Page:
C. Describe any differences in the way small and large generators are treated for queuing purposes.
D. Describe any differences in the way “energy resources” and “network (or capacity) resources” are treated for queuing purposes.
E. Discuss whether generator interconnection requests and transmission service requests are included in the same queue. If not, describe the relationship between the two queues. What is the relationship between the transmission planning process and the administration of the queue(s)?
F. Do all TOs and ISOs/RTOs conduct the same interconnection studies, grid impact studies or other analyses for new project interconnection?
Break, 11:30 am-11:45 am
Panel 2: Experience with the Administration of Generator Interconnection Queues—11:45 am-1:15 pm
Confirmed List of Panelists
James Caldwell, American Wind Energy Association
J. Jolly Hayden, Calpine
John Jimison, U.S. Combined Heat and Power Association
Donald Jones, Xcel
John Simpson, Reliant
Justin Thompson, Pinnacle West
Weston L. Williams, Southern California Edison
A. Provide examples of good and bad experiences with queues, being as specific as possible regarding the facts pertaining to your company's experiences. Of particular interest are examples of problems associated with Start Printed Page 2332the following: undue discrimination on the part of transmission providers; inappropriate or unrealistic milestones; inequitable cost assignments; study procedures or other requirements that lead to unnecessary project delays or increased costs; and lack of flexibility in the queuing rules.
B. Identify any problems that are specific to small generators or to large generators within the queue process.
C. Describe the impact of letting the generator choose whether to interconnect as either an energy resource or a network (capacity) resource.
D. Describe any problems associated with the need to manage both interconnection requests and transmission service requests within the context of an overall transmission planning and expansion process.
E. Describe solutions to the problems identified by discussion of the items above.
Lunch, 1:15 pm-2 pm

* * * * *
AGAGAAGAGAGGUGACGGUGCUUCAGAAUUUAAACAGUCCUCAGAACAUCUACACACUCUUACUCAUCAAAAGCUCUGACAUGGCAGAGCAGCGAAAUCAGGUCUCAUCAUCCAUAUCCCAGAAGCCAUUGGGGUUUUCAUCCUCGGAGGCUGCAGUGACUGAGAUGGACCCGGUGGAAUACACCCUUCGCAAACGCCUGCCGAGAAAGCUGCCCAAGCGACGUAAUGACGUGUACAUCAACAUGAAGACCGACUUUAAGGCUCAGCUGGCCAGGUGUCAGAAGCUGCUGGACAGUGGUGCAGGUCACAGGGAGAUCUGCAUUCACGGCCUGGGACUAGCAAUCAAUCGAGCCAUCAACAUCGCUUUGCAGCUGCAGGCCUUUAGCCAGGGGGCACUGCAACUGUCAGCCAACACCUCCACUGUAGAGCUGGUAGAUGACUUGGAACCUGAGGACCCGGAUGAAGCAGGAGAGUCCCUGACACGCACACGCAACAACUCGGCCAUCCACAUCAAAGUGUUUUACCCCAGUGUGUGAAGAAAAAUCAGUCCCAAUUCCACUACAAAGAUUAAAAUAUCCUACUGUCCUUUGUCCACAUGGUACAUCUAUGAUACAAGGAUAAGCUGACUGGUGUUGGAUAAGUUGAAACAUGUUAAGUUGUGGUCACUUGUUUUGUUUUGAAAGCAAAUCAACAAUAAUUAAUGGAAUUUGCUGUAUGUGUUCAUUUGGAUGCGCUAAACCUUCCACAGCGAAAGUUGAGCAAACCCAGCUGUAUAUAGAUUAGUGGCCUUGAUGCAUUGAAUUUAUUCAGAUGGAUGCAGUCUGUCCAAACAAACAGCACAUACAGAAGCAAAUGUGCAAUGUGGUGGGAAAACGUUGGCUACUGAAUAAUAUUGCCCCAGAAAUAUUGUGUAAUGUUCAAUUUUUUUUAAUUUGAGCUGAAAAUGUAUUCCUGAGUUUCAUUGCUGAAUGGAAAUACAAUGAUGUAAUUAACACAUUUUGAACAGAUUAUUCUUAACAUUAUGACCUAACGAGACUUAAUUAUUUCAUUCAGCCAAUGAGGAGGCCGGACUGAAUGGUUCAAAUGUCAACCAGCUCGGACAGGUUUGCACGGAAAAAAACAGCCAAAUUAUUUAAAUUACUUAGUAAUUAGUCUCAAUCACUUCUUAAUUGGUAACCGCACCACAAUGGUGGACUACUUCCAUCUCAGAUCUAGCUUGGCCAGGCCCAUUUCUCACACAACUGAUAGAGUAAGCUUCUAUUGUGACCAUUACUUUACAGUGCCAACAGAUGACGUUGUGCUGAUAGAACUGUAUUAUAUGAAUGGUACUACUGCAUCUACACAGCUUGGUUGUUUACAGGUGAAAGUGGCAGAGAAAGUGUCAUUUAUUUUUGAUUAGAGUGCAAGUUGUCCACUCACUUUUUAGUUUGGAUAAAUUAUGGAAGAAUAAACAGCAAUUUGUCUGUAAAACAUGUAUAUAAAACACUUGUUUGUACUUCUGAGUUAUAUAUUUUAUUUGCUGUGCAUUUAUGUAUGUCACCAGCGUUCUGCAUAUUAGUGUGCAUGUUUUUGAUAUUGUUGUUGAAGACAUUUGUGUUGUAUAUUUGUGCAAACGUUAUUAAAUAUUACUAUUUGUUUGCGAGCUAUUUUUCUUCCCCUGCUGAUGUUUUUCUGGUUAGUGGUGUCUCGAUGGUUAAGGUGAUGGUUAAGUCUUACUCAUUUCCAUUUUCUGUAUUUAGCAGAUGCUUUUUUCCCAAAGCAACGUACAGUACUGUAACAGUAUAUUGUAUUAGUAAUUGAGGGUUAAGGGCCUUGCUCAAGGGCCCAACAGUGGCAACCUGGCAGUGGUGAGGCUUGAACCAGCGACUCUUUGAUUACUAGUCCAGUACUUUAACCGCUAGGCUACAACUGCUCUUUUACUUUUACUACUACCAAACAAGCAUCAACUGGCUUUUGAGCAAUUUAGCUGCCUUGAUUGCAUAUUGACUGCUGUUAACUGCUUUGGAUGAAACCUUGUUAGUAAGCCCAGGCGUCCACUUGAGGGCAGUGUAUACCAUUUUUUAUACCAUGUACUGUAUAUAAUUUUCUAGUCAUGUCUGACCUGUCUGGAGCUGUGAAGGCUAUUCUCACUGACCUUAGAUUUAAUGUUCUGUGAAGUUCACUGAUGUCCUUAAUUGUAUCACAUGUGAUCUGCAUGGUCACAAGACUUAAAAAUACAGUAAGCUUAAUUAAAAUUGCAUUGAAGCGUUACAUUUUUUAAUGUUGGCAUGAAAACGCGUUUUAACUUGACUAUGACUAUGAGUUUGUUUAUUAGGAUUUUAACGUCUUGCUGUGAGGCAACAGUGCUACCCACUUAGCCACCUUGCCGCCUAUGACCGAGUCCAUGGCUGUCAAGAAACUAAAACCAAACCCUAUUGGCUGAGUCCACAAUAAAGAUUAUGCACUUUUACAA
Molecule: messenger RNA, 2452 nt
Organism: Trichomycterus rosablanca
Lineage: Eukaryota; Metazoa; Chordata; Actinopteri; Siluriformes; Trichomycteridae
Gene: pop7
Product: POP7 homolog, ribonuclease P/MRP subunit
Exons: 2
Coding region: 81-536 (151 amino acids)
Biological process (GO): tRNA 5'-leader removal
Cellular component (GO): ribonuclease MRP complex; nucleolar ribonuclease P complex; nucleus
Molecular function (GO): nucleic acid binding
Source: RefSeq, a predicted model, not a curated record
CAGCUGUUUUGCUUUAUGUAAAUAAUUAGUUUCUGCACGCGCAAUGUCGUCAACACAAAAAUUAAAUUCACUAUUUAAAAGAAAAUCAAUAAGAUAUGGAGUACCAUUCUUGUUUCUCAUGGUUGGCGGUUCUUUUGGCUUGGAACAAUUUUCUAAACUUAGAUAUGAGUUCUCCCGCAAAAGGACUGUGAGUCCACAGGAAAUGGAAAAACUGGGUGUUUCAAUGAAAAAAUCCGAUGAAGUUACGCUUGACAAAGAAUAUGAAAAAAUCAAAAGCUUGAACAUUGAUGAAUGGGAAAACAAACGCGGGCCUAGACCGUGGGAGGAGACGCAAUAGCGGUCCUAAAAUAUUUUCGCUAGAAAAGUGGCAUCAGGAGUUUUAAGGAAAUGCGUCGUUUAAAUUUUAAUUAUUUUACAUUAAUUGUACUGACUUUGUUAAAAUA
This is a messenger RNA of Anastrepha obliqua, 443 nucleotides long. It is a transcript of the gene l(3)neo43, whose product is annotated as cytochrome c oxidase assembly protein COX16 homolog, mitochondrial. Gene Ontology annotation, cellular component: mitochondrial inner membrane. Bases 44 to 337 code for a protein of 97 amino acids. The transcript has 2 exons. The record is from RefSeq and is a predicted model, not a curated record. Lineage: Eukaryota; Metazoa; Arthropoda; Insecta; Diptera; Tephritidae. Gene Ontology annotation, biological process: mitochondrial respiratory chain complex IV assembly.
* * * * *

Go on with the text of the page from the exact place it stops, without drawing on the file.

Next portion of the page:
Panel 3: Further Ideas for Improving Queue Management—2 pm-4:30 pm
Confirmed List of Panelists
John P. Buechler, New York ISO
Scott M. Helyer, Tenaska
Sam Jones, ERCOT
Pete Landrieu, Public Service Electric and Gas Company
Beth Soholt, Wind on the Wires
Lou Ann, Westerfield Idaho Public Utilities Commission
Kim Wissman, Ohio Public Utilities Commission
A. Are there particular queuing policies or practices that should change to make queue management more effective? Consider: common study/analytical techniques and tools; different or new analytical tools; procedures for ensuring that the projects of independent generators are treated comparably with those of the transmission provider; treatment of inactive projects; procedures for coordinating the upgrades needed for projects in the queue with the transmission planning process; rules for assigning cost responsibility and property rights to generators in the queue; whether there should be a link between siting requests and transmission service requests; use of milestones to maintain queue position; and a list of actions or events that can trigger a change in queue position.
B. What siting and grid operations information is needed to obtain a position in the queue, where is this information kept, and what are the rules for accessing this information? Would proposed restrictions on the Critical Energy Infrastructure Information Rulemaking proceeding (Docket Nos. RM02-4-000, PL02-1-000) affect parties' ability to site plants or interconnect cleanly?
C. Should small and large non gas-fired generators receive different treatment within a queue? If so, how should it be different?
D. Should the Commission standardize specific queue management practices or allow regional variations around a set of core principles?
E. Should queue position be treated as a property right which can be transferred?
Audience CommentsEnd Preamble
[FR Doc. 03-1033 Filed 1-15-03; 8:45 am]
BILLING CODE 6717-01-P